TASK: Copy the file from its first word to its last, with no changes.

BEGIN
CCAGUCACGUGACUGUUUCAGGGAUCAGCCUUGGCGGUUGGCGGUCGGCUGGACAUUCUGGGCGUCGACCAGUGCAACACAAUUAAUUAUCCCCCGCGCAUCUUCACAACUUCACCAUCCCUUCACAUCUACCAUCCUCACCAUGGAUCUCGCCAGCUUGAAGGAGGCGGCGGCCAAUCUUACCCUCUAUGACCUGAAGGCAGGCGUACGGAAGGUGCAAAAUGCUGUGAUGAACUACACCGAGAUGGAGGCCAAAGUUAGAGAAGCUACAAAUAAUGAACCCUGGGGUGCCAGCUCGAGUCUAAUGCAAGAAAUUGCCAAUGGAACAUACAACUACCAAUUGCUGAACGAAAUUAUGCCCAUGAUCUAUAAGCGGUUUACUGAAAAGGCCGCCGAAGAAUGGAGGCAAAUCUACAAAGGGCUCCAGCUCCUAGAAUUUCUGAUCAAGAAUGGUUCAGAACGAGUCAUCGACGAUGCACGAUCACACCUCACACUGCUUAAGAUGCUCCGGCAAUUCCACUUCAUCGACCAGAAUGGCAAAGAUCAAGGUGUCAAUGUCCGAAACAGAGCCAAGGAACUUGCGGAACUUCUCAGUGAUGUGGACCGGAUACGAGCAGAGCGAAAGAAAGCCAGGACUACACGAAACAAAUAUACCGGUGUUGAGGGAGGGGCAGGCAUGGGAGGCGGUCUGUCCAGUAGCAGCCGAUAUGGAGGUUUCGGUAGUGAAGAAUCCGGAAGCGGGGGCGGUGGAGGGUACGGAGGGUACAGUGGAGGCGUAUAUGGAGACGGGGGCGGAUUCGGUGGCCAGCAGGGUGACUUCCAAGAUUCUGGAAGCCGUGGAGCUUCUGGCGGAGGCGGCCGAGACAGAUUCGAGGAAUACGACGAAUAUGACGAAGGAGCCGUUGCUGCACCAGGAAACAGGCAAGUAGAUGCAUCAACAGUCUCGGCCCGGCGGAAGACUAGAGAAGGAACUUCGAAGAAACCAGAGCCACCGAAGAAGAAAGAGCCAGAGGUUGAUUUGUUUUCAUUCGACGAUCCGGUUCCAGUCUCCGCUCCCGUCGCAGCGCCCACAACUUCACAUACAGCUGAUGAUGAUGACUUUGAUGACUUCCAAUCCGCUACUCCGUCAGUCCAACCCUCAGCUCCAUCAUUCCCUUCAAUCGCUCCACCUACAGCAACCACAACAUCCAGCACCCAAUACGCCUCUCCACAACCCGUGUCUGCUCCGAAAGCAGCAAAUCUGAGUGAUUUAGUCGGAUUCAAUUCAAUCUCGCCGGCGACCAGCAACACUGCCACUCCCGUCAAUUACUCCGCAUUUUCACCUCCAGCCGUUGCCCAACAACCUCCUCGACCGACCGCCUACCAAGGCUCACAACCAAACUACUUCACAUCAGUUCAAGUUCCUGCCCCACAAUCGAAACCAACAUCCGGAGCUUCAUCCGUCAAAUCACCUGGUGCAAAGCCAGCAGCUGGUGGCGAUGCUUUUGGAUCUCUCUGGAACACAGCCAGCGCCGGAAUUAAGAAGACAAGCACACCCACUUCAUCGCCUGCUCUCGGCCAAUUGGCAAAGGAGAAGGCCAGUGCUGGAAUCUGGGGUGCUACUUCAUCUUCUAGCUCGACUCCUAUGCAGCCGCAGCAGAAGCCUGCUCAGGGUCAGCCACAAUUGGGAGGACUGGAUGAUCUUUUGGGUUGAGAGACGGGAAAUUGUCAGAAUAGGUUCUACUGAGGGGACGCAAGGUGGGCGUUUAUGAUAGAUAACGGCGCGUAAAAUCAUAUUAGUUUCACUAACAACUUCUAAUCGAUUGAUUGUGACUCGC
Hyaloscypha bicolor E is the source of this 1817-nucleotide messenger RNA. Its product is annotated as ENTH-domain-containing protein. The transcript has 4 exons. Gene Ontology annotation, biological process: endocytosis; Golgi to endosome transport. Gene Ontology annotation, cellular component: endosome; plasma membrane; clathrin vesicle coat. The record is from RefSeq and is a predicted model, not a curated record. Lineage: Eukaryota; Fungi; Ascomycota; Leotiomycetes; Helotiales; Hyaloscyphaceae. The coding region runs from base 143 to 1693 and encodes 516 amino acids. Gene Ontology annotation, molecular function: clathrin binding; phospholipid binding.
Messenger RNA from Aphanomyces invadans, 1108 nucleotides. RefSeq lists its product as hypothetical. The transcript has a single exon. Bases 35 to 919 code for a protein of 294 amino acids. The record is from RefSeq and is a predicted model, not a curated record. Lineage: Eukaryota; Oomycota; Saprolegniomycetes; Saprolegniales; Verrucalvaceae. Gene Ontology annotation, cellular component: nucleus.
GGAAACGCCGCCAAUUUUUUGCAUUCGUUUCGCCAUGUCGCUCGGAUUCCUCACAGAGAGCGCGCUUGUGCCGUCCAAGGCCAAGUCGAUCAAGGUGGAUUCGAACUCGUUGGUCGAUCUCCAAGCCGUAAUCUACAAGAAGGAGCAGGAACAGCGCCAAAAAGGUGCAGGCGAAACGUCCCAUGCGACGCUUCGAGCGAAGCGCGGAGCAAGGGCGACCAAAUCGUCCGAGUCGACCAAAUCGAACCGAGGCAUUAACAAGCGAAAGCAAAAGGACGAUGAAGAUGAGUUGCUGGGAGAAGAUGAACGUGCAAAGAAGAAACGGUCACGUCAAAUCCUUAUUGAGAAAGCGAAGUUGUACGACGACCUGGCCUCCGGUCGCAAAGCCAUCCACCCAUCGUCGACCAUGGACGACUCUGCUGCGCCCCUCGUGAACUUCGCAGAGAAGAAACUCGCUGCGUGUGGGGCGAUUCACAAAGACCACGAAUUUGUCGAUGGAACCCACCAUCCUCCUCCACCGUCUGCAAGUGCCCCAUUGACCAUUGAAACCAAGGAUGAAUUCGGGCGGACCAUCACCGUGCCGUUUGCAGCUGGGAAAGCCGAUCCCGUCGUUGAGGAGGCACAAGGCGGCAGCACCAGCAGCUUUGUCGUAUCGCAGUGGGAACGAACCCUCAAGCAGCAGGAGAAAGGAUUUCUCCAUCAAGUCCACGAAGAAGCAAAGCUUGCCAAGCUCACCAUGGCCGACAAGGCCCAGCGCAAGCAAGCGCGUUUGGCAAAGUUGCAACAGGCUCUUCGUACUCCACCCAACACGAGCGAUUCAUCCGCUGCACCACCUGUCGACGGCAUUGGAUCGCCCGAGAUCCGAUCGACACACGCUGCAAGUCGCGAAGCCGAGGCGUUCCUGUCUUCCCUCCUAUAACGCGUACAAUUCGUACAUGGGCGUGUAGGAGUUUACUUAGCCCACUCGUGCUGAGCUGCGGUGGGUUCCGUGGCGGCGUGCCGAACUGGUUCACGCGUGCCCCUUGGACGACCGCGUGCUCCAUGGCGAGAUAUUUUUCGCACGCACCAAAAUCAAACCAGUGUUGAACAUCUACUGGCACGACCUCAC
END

CCAGUCACGUGACUGUUUCAGGGAUCAGCCUUGGCGGUUGGCGGUCGGCUGGACAUUCUGGGCGUCGACCAGUGCAACACAAUUAAUUAUCCCCCGCGCAUCUUCACAACUUCACCAUCCCUUCACAUCUACCAUCCUCACCAUGGAUCUCGCCAGCUUGAAGGAGGCGGCGGCCAAUCUUACCCUCUAUGACCUGAAGGCAGGCGUACGGAAGGUGCAAAAUGCUGUGAUGAACUACACCGAGAUGGAGGCCAAAGUUAGAGAAGCUACAAAUAAUGAACCCUGGGGUGCCAGCUCGAGUCUAAUGCAAGAAAUUGCCAAUGGAACAUACAACUACCAAUUGCUGAACGAAAUUAUGCCCAUGAUCUAUAAGCGGUUUACUGAAAAGGCCGCCGAAGAAUGGAGGCAAAUCUACAAAGGGCUCCAGCUCCUAGAAUUUCUGAUCAAGAAUGGUUCAGAACGAGUCAUCGACGAUGCACGAUCACACCUCACACUGCUUAAGAUGCUCCGGCAAUUCCACUUCAUCGACCAGAAUGGCAAAGAUCAAGGUGUCAAUGUCCGAAACAGAGCCAAGGAACUUGCGGAACUUCUCAGUGAUGUGGACCGGAUACGAGCAGAGCGAAAGAAAGCCAGGACUACACGAAACAAAUAUACCGGUGUUGAGGGAGGGGCAGGCAUGGGAGGCGGUCUGUCCAGUAGCAGCCGAUAUGGAGGUUUCGGUAGUGAAGAAUCCGGAAGCGGGGGCGGUGGAGGGUACGGAGGGUACAGUGGAGGCGUAUAUGGAGACGGGGGCGGAUUCGGUGGCCAGCAGGGUGACUUCCAAGAUUCUGGAAGCCGUGGAGCUUCUGGCGGAGGCGGCCGAGACAGAUUCGAGGAAUACGACGAAUAUGACGAAGGAGCCGUUGCUGCACCAGGAAACAGGCAAGUAGAUGCAUCAACAGUCUCGGCCCGGCGGAAGACUAGAGAAGGAACUUCGAAGAAACCAGAGCCACCGAAGAAGAAAGAGCCAGAGGUUGAUUUGUUUUCAUUCGACGAUCCGGUUCCAGUCUCCGCUCCCGUCGCAGCGCCCACAACUUCACAUACAGCUGAUGAUGAUGACUUUGAUGACUUCCAAUCCGCUACUCCGUCAGUCCAACCCUCAGCUCCAUCAUUCCCUUCAAUCGCUCCACCUACAGCAACCACAACAUCCAGCACCCAAUACGCCUCUCCACAACCCGUGUCUGCUCCGAAAGCAGCAAAUCUGAGUGAUUUAGUCGGAUUCAAUUCAAUCUCGCCGGCGACCAGCAACACUGCCACUCCCGUCAAUUACUCCGCAUUUUCACCUCCAGCCGUUGCCCAACAACCUCCUCGACCGACCGCCUACCAAGGCUCACAACCAAACUACUUCACAUCAGUUCAAGUUCCUGCCCCACAAUCGAAACCAACAUCCGGAGCUUCAUCCGUCAAAUCACCUGGUGCAAAGCCAGCAGCUGGUGGCGAUGCUUUUGGAUCUCUCUGGAACACAGCCAGCGCCGGAAUUAAGAAGACAAGCACACCCACUUCAUCGCCUGCUCUCGGCCAAUUGGCAAAGGAGAAGGCCAGUGCUGGAAUCUGGGGUGCUACUUCAUCUUCUAGCUCGACUCCUAUGCAGCCGCAGCAGAAGCCUGCUCAGGGUCAGCCACAAUUGGGAGGACUGGAUGAUCUUUUGGGUUGAGAGACGGGAAAUUGUCAGAAUAGGUUCUACUGAGGGGACGCAAGGUGGGCGUUUAUGAUAGAUAACGGCGCGUAAAAUCAUAUUAGUUUCACUAACAACUUCUAAUCGAUUGAUUGUGACUCGC
Hyaloscypha bicolor E is the source of this 1817-nucleotide messenger RNA. Its product is annotated as ENTH-domain-containing protein. The transcript has 4 exons. Gene Ontology annotation, biological process: endocytosis; Golgi to endosome transport. Gene Ontology annotation, cellular component: endosome; plasma membrane; clathrin vesicle coat. The record is from RefSeq and is a predicted model, not a curated record. Lineage: Eukaryota; Fungi; Ascomycota; Leotiomycetes; Helotiales; Hyaloscyphaceae. The coding region runs from base 143 to 1693 and encodes 516 amino acids. Gene Ontology annotation, molecular function: clathrin binding; phospholipid binding.
Messenger RNA from Aphanomyces invadans, 1108 nucleotides. RefSeq lists its product as hypothetical. The transcript has a single exon. Bases 35 to 919 code for a protein of 294 amino acids. The record is from RefSeq and is a predicted model, not a curated record. Lineage: Eukaryota; Oomycota; Saprolegniomycetes; Saprolegniales; Verrucalvaceae. Gene Ontology annotation, cellular component: nucleus.
GGAAACGCCGCCAAUUUUUUGCAUUCGUUUCGCCAUGUCGCUCGGAUUCCUCACAGAGAGCGCGCUUGUGCCGUCCAAGGCCAAGUCGAUCAAGGUGGAUUCGAACUCGUUGGUCGAUCUCCAAGCCGUAAUCUACAAGAAGGAGCAGGAACAGCGCCAAAAAGGUGCAGGCGAAACGUCCCAUGCGACGCUUCGAGCGAAGCGCGGAGCAAGGGCGACCAAAUCGUCCGAGUCGACCAAAUCGAACCGAGGCAUUAACAAGCGAAAGCAAAAGGACGAUGAAGAUGAGUUGCUGGGAGAAGAUGAACGUGCAAAGAAGAAACGGUCACGUCAAAUCCUUAUUGAGAAAGCGAAGUUGUACGACGACCUGGCCUCCGGUCGCAAAGCCAUCCACCCAUCGUCGACCAUGGACGACUCUGCUGCGCCCCUCGUGAACUUCGCAGAGAAGAAACUCGCUGCGUGUGGGGCGAUUCACAAAGACCACGAAUUUGUCGAUGGAACCCACCAUCCUCCUCCACCGUCUGCAAGUGCCCCAUUGACCAUUGAAACCAAGGAUGAAUUCGGGCGGACCAUCACCGUGCCGUUUGCAGCUGGGAAAGCCGAUCCCGUCGUUGAGGAGGCACAAGGCGGCAGCACCAGCAGCUUUGUCGUAUCGCAGUGGGAACGAACCCUCAAGCAGCAGGAGAAAGGAUUUCUCCAUCAAGUCCACGAAGAAGCAAAGCUUGCCAAGCUCACCAUGGCCGACAAGGCCCAGCGCAAGCAAGCGCGUUUGGCAAAGUUGCAACAGGCUCUUCGUACUCCACCCAACACGAGCGAUUCAUCCGCUGCACCACCUGUCGACGGCAUUGGAUCGCCCGAGAUCCGAUCGACACACGCUGCAAGUCGCGAAGCCGAGGCGUUCCUGUCUUCCCUCCUAUAACGCGUACAAUUCGUACAUGGGCGUGUAGGAGUUUACUUAGCCCACUCGUGCUGAGCUGCGGUGGGUUCCGUGGCGGCGUGCCGAACUGGUUCACGCGUGCCCCUUGGACGACCGCGUGCUCCAUGGCGAGAUAUUUUUCGCACGCACCAAAAUCAAACCAGUGUUGAACAUCUACUGGCACGACCUCAC